The purpose of this study was to describe the co-construction of three 4-H STEM (science, technology, engineering, and mathematics) learning by design programs by volunteer educators and youth participants in the 4-H Youth Development Program. The programs advanced STEM learning through design, a pedagogical approach to support youth in planning, designing, and making shareable artifacts. This pedagogical approach is a special case of project-based learning, related to the practices found in the science learning through design literature as well as the making and tinkering movements. Specifically, I explored adult volunteer educators’ roles and pedagogical strategies implementing the 4-H Junk Drawer Robotics curriculum (Mahacek, Worker, and Mahacek, 2011) and how that, in turn, afforded and constrained opportunities for youth to display or report engagement in design practices; learning of STEM content; strengthening tool competencies; dispositions of resilience, reciprocity, and playfulness; and psychological ownership. The curriculum targeted middle school youth with a sequence of science inquiry activities and engineering design challenges.
This study employed naturalist and multiple-case study methodology relying on participant observations and video, interviews with educators, and focus groups with youth within three 4-H educational robotics programs organized by adult 4-H volunteer educators. Data collection took place in 2014 and 2015 at Santa Clara with an educator and seven youth; Solano with three educators and eight youth; and Alameda with an educator and seven youth.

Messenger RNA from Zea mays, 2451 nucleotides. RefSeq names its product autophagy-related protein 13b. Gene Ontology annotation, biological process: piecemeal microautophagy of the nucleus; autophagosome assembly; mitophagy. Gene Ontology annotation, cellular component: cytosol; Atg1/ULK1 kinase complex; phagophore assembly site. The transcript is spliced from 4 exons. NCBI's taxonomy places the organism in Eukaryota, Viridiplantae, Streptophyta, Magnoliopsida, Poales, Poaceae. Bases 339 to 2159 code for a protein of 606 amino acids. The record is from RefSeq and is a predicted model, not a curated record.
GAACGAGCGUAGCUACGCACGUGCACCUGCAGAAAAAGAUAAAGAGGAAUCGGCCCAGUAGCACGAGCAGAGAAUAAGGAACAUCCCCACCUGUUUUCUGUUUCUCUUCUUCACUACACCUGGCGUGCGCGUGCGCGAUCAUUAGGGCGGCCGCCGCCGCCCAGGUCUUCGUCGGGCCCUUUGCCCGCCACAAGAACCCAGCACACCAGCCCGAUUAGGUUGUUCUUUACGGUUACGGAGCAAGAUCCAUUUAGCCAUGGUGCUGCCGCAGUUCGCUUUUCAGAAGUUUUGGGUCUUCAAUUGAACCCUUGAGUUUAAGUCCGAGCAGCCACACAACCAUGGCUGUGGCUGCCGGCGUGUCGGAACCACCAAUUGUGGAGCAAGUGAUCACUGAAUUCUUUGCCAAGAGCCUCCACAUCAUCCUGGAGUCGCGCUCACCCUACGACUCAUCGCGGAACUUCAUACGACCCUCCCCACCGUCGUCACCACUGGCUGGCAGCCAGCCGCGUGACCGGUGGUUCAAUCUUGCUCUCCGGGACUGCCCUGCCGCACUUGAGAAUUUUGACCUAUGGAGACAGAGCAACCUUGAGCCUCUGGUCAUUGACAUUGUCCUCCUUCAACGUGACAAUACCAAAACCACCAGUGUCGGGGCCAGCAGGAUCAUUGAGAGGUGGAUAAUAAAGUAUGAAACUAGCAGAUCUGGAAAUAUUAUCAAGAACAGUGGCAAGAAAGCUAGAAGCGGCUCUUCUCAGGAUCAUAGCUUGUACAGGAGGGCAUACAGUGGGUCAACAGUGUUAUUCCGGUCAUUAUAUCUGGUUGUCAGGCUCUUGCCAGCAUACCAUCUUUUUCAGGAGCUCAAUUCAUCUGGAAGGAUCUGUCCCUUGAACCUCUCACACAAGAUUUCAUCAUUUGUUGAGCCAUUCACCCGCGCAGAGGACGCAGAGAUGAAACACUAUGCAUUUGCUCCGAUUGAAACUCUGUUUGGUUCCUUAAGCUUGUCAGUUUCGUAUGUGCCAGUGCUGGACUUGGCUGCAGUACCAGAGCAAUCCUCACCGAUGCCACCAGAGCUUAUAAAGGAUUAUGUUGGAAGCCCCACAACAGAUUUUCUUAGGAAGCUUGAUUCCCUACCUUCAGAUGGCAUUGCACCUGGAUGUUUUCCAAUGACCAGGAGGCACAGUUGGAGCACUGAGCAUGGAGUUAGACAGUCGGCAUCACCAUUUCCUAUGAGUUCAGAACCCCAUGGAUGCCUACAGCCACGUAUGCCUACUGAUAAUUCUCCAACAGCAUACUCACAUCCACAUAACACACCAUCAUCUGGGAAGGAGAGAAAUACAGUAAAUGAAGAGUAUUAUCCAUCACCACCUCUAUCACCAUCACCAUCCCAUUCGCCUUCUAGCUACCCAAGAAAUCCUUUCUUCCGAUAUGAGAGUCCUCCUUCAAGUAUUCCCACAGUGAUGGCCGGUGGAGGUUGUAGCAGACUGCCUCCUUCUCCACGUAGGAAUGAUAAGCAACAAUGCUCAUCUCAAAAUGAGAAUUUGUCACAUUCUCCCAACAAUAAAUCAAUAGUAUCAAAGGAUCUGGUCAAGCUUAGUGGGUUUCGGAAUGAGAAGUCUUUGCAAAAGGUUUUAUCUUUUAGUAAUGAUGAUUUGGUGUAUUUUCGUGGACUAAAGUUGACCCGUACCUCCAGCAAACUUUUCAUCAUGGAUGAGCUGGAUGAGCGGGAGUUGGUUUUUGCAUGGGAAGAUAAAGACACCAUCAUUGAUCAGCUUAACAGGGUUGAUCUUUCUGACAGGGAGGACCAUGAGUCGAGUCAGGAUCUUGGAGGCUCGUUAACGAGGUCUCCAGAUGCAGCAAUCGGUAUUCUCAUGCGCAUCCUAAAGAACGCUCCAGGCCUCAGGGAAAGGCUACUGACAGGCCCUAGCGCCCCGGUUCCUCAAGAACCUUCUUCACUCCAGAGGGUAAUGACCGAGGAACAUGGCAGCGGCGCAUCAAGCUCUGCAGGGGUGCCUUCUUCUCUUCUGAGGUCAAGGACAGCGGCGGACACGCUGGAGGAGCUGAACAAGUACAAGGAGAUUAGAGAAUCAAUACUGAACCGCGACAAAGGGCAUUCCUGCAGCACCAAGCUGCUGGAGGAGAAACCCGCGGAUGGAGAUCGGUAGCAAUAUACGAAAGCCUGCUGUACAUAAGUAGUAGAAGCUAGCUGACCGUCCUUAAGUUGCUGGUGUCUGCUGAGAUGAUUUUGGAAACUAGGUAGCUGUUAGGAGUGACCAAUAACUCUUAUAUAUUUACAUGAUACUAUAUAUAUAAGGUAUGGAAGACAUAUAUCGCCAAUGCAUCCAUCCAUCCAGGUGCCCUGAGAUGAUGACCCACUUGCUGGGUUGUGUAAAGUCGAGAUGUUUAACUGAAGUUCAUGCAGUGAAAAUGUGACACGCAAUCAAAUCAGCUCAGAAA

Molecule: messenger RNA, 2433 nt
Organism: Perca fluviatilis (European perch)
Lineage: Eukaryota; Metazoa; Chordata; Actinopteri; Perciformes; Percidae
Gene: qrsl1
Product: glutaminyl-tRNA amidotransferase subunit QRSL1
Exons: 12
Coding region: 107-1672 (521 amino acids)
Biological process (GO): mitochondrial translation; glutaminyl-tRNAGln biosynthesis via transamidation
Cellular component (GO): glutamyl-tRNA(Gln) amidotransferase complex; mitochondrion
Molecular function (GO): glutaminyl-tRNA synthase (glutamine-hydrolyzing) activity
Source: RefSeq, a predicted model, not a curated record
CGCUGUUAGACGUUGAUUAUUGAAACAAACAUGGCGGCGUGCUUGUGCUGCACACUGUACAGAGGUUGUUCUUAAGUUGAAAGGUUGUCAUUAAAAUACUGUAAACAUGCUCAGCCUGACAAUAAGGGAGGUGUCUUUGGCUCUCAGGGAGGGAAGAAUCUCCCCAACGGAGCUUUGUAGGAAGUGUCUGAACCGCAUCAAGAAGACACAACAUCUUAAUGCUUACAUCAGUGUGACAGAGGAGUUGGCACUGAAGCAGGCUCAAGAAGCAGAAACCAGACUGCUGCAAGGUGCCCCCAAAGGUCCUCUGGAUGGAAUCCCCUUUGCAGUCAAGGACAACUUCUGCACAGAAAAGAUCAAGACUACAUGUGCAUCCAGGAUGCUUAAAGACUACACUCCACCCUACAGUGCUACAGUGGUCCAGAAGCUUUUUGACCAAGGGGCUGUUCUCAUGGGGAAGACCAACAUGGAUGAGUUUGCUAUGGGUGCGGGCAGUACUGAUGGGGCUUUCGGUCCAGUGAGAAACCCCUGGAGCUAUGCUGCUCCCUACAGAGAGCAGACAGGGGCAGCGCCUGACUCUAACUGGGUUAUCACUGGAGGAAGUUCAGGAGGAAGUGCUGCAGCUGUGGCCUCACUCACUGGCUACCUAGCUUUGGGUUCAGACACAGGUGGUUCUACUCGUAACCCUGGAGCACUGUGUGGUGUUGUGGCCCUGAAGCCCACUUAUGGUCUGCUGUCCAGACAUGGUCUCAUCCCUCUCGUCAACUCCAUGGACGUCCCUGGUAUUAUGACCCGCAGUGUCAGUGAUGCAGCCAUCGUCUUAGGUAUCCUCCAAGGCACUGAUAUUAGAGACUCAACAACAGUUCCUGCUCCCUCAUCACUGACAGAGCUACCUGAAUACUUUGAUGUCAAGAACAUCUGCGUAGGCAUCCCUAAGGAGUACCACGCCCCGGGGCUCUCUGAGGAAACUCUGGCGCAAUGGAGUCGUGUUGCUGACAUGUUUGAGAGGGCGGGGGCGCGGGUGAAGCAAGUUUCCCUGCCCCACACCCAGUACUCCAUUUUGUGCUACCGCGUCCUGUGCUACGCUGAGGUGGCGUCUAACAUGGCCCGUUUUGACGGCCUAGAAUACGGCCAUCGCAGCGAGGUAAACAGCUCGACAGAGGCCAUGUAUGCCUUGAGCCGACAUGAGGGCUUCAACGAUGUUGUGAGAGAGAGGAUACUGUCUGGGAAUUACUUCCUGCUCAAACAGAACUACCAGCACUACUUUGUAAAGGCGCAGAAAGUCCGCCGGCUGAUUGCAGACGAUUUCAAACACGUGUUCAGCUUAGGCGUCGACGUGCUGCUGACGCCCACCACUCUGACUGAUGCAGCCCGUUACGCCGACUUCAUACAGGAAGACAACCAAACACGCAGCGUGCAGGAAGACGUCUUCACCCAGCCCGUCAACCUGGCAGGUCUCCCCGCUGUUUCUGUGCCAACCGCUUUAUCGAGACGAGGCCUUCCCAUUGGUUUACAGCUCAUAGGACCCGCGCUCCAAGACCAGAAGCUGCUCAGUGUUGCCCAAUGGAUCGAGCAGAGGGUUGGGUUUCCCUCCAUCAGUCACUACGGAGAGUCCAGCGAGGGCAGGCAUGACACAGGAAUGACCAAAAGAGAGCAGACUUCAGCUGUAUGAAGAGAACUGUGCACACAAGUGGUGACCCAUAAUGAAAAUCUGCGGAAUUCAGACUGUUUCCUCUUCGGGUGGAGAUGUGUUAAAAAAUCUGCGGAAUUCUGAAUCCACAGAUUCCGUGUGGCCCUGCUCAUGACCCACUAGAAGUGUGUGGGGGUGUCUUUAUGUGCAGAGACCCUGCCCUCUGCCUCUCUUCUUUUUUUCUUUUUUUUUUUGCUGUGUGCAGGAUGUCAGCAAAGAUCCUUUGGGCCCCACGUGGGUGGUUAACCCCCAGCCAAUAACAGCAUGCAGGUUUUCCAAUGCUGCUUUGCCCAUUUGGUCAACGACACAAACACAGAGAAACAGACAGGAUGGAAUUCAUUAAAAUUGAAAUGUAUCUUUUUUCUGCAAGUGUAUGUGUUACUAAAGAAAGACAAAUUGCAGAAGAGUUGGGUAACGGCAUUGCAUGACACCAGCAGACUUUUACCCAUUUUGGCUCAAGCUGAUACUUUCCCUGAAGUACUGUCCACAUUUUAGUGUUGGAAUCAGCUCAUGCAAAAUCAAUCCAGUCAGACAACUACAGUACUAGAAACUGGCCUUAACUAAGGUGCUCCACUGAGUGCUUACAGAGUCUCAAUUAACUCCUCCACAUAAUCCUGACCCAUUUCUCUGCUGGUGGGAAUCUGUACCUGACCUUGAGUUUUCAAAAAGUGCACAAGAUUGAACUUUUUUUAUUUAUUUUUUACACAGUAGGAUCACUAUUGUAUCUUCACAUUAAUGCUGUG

Data analysis revealed six discrete categories of pedagogy and interactions that I labeled as participation structures that included lecture, demonstration, learning activity, group sharing, scripted build, and design & build. These participation structures were related to the observed pedagogical practices employed by the educators. There was evidence of youth engagement in design practices, STEM content learning, strengthening of tool competencies, learning dispositions, and psychological ownership - however, their expression, manifestation, and opportunities were afforded and/or constrained by the various participation structures. Furthermore, conflicts were evidenced in the use of participation structures; emphasis of educators on formal reasoning and planning versus youth preference for hands-on tinkering; and tensions amongst youth peers while engaging in design teams. Two themes emerged regarding the educators’ pedagogy: adaptations in response to structural and curricular constraints and pedagogical approach influenced by self-identification with a professional field of engineering.
This study contributes to our understanding of STEM learning through design in out-of-school time. This research helps clarify the tensions among major co-actors, youth, educator, and curriculum, as the learning environment was co-constructed and how that, in turn, afforded opportunities for youth to learn and develop. This study illuminated the complex negotiations between these co-actors and explored questions about who can and does decide the nature of the activity structures. These co-actors were not without conflict, thus suggesting that these spaces and pedagogies do not exemplify STEM teaching on their own, but neither do they preclude practices that deepen young people's interest and motivation for STEM learning.
|Advisor:||Ching, Cynthia Carter|
|Commitee:||Martin, Lee, White, Tobin|
|School:||University of California, Davis|
|School Location:||United States -- California|
|Source:||DAI-A 78/03(E), Dissertation Abstracts International|
|Subjects:||Education, Educational psychology, Science education|
|Keywords:||4-h youth development, Stem education, Stem learning by design, Volunteer educator pedagogy|
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